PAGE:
Comprehend Text Comprehend written, audio,  audiovisual, and visual text (text, pictures, and numbers). 20%-30%
Make Connections Make interdisciplinary and cultural connections. 30%-40%
Interpret Text Interpret the content of written or audio text (words). 30%-40%
Make Meanings Make meanings from words and expressions. 10%-15%
Speak to Others Communicate interpersonally by speaking with others. Not directly assessed in the

multiple-choice section.

Write to Others Communicate interpersonally by writing to others. Not directly assessed in the

multiple-choice section.

Present Orally Communicate through spoken presentations. Not directly assessed in the

multiple-choice section.

Present in Writing Communicate through written presentations. Not directly assessed in the

multiple-choice section.


Themes: The AP Spanish Language and Culture course is divided into 6 themes in which there are 5-7 contexts covered. Below are the 6 themes along with their recommended contexts:


Theme  Recommended Contexts
Families and Communities
  • Customs and Values
  • Education Communities
  • Family Structure
  • Global Citizenship
  • Human Geography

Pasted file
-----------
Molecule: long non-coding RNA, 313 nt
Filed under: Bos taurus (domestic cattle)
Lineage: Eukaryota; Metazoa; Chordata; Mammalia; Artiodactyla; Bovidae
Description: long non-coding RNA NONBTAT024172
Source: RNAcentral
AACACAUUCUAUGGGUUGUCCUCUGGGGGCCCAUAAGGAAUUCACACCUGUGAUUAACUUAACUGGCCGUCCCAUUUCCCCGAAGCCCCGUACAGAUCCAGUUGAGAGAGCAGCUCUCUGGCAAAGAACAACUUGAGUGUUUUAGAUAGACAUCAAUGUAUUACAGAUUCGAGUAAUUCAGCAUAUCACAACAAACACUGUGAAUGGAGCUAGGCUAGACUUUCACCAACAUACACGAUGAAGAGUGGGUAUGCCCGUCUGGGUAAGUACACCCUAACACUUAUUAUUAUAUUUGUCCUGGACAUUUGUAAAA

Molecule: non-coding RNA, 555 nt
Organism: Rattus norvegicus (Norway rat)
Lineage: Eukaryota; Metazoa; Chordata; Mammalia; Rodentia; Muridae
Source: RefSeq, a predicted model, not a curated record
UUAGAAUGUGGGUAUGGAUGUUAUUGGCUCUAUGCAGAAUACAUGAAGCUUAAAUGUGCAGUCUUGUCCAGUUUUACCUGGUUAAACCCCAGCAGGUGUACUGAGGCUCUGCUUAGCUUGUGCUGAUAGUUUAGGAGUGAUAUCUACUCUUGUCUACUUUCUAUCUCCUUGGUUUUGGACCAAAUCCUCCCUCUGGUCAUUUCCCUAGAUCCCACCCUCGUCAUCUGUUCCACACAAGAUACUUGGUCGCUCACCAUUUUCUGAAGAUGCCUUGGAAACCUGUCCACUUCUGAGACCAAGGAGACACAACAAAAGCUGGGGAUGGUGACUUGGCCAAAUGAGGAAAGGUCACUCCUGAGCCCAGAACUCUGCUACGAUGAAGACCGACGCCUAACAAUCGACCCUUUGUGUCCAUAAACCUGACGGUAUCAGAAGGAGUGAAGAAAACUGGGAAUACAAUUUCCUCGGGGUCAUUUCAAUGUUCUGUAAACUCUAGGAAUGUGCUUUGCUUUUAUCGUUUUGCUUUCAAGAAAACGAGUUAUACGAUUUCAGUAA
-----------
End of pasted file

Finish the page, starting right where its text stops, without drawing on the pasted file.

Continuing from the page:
• Social Networking
Personal and Public Identities
  • Alienation and Assimilation
  • Heroes and Historical Figures
  • National and Ethnic Identities
  • Personal Beliefs
  • Personal Interests
  • Self-Image
Beauty and Aesthetics
  • Architecture
  • Defining Beauty
  • Defining Creativity
  • Fashion and Design
  • Language and Literature
  • Visual and Performing Arts
Science and Technology
  • Access to Technology
  • Effects of Technology on Self
    and Society
  • Health Care and Medicine
  • Innovations
  • Natural Phenomena
  • Science and Ethics
Contemporary Life
  • Education and Careers
  • Entertainment
  • Travel and Leisure
  • Lifestyles
  • Relationships
  • Social Customs and Values
Global Challenges
  • Economic Issues
  • Environmental Issues
  • Philosophical Thought and Religions
  • Population and Demographics
  • Social Welfare
  • Social Conscience


Modes: To pass the AP Spanish Language and Culture exam, students need to demonstrate proficiency engaging in three modes of communication: interpretive, interpersonal, and presentational. Students need to possess skills in listening, reading, speaking, and writing in the following areas: 


  • Audio, Visual, and Audiovisual Interpretive Communication
  • Written and Print Interpretive Communication
  • Spoken Interpersonal Communication
  • Written Interpersonal Communication
  • Spoken Presentational Communication
  • Written Presentational Communication


Task Model: Finally, you will work with various task models to demonstrate linguistic skills and cultural understanding. The task model types are: 


Task Model  Mode
Promotional material Interpretive—print source
Literary text Interpretive—print source
Article and chart Interpretive—print source
Letter  Interpretive—print source
Audio report and article Interpretive—audio and print sources
Conversation and chart Interpretive—audio and print sources
Interview Interpretive—audio source
Instructions Interpretive—audio source